Last week, United States Secretary of State John Kerry went to Qatar to meet his Russian and Saudi Arabian counterparts, Sergei Lavrov and Adel al-Jubeir in order to discuss operations against ISIS, writes Prince Michael of Liechtenstein.
So far, the US leading of the global alliance against Islamic State of Iraq and Syria (ISIS) has not been very successful. America has struck ISIS targets from the air but avoided ‘boots on the ground.’ But that’s where wars are won or lost.
Besides some verbal support, European ‘powers’ have chosen to remain absent. The US is therefore looking for local allies.
The Iraqi army has been pursuing an unsuccessful offensive against ISIS, despite having more soldiers, better equipment, US training staff, plus the support of US airstrikes, Shia militias and Iran.
The lack of success is due to Iraq's total failure as a state.
In Syria, where ISIS has its main bases, the situation is even more complicated. To date, the only reliable US allies are the Kurds. The Assad regime is a potential ally, but accepting its support is a delicate matter as the US is banking on the support of some ‘moderate’ anti-Assad insurgents.
US plans to train local fighters abroad as ground troops against ISIS could be failing, as Secretary of Defence Ashton Carter admitted at a hearing at the Senate on July 7, 2015.
The West also supplied weapons, first to insurgents against Assad, and later to some other anti-ISIS warring factions in Syria. It appears, however, that quite a number of weapons finally found their way into the hands of their adversaries.
The recent anti-ISIS flirt between the US and Turkey is understandable, but might antagonize the only reliable allies so far, the Kurds.
It is wishful thinking to believe that ISIS can be weakened by getting banks to cut off their access to funds. Islamic State is essentially self-financing through looting and the imposition of taxes in the regions that it occupies.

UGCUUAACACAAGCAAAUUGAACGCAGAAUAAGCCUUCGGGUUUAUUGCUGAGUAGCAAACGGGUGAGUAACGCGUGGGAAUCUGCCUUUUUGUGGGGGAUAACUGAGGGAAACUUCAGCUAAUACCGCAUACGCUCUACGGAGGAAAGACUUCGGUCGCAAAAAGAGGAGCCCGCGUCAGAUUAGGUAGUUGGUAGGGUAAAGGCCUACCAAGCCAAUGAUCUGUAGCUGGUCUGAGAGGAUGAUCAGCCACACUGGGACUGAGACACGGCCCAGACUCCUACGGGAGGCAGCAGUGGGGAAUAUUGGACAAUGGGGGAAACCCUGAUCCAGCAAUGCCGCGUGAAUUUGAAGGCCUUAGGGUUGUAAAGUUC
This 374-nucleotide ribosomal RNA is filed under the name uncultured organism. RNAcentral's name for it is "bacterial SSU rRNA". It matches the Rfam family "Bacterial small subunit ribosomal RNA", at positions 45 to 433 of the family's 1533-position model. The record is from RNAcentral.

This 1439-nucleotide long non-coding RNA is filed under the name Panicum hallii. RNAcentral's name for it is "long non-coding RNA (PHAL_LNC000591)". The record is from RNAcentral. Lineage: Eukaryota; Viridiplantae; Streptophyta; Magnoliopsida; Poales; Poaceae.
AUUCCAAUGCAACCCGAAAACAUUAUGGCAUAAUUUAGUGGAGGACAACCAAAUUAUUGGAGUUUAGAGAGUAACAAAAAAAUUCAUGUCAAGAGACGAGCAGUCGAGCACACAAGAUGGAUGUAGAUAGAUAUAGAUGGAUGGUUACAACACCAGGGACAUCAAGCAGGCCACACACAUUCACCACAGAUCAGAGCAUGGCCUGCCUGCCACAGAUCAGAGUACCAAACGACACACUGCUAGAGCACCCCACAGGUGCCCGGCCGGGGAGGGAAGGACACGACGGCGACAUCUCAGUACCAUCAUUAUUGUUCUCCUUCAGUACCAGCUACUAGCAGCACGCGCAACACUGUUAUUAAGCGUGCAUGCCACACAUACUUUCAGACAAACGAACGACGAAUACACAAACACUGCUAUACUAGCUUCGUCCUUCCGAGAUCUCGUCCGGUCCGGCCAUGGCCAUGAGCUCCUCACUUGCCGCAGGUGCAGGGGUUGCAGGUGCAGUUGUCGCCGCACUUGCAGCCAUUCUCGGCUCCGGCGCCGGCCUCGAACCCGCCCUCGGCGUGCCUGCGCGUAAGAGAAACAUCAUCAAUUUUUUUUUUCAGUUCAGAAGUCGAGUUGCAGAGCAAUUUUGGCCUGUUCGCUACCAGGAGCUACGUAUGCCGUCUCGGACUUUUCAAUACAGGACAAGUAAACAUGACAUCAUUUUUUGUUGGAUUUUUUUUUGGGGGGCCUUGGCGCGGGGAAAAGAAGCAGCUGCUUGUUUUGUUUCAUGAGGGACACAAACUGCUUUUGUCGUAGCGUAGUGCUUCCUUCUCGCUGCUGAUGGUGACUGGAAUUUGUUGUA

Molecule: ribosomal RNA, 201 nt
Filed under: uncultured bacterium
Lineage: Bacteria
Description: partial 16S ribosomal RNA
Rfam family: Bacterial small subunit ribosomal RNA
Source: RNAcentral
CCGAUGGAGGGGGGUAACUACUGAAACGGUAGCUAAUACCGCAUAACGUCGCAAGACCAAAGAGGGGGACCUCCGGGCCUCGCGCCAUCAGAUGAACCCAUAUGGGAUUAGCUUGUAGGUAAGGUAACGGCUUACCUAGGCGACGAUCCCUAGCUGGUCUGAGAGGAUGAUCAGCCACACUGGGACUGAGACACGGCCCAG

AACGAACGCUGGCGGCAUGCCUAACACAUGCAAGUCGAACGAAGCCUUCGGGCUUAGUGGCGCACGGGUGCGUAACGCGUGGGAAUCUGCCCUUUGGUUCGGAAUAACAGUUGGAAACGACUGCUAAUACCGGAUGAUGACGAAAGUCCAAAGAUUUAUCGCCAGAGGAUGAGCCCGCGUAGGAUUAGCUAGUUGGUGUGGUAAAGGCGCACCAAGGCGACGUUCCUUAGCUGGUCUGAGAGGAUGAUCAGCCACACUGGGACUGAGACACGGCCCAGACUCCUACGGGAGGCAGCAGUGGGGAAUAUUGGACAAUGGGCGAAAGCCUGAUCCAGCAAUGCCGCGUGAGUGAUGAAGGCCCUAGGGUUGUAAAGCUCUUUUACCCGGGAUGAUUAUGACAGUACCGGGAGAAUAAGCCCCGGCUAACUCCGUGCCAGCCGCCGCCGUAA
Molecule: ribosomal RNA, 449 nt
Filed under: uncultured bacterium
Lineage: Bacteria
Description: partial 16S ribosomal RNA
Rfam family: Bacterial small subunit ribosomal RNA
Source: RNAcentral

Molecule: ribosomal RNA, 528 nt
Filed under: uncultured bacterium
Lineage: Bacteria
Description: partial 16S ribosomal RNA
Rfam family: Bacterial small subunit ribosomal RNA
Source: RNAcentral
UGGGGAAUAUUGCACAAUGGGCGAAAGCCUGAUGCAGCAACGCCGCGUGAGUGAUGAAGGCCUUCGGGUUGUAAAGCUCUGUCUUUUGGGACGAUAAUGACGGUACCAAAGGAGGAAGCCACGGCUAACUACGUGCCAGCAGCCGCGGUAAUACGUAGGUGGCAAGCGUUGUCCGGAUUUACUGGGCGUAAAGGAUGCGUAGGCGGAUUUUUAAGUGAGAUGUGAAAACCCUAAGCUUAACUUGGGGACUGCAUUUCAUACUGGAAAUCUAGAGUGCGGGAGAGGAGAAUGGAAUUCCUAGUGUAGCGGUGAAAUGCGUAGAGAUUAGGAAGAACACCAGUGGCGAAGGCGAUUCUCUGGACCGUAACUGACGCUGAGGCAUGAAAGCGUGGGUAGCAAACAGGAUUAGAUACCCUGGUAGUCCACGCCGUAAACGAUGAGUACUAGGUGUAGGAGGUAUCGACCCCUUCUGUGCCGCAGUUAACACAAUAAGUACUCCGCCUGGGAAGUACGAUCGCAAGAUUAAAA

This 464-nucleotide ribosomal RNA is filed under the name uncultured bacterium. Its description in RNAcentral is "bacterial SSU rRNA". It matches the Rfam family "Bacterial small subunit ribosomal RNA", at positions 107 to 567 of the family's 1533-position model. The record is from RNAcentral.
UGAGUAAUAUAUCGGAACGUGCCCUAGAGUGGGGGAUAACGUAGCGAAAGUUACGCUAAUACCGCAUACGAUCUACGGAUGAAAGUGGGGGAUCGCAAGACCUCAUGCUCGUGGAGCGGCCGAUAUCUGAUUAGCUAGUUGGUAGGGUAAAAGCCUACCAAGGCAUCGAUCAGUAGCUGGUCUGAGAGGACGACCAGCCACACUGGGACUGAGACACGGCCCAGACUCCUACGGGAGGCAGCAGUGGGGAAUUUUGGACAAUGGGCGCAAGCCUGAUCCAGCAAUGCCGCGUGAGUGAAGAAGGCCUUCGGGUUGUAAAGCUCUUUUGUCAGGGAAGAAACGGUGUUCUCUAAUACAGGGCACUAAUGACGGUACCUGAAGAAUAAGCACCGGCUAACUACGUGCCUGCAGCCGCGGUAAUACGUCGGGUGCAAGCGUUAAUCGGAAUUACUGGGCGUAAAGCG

The good news from the meeting between the ministers of foreign affairs last week is that the three powers that met have a common interest in defeating ISIS. Although a deep disagreement between Russia and the US on the Syrian regime prevails.
For Saudi Arabia, ISIS presents a potentially lethal threat to the kingdom.
Russia has significant Islamic minorities, and radicalisation could exacerbate the already existing problems with insurgence and terrorism.
The US, as protector of global stability needs to work with other countries.
Russia has friends in the Middle East and is considered as a reliable partner there. Its diplomatic influence should not be underestimated and Russia's intelligence in this area is certainly good. Russia's pragmatic approach could help, in order to avoid mistakes of a Western ‘value driven’ approach, which might not be effective in the local environment.
However, the fact remains that ISIS must be defeated on the ground.
Furthermore, the emergence of similar movements will only be avoided if artificial states such as Iraq and Syria implement structures that respect the interests of minorities, instead of being forced in a so called ‘democracy’ allowing the majority to overrule minority interests.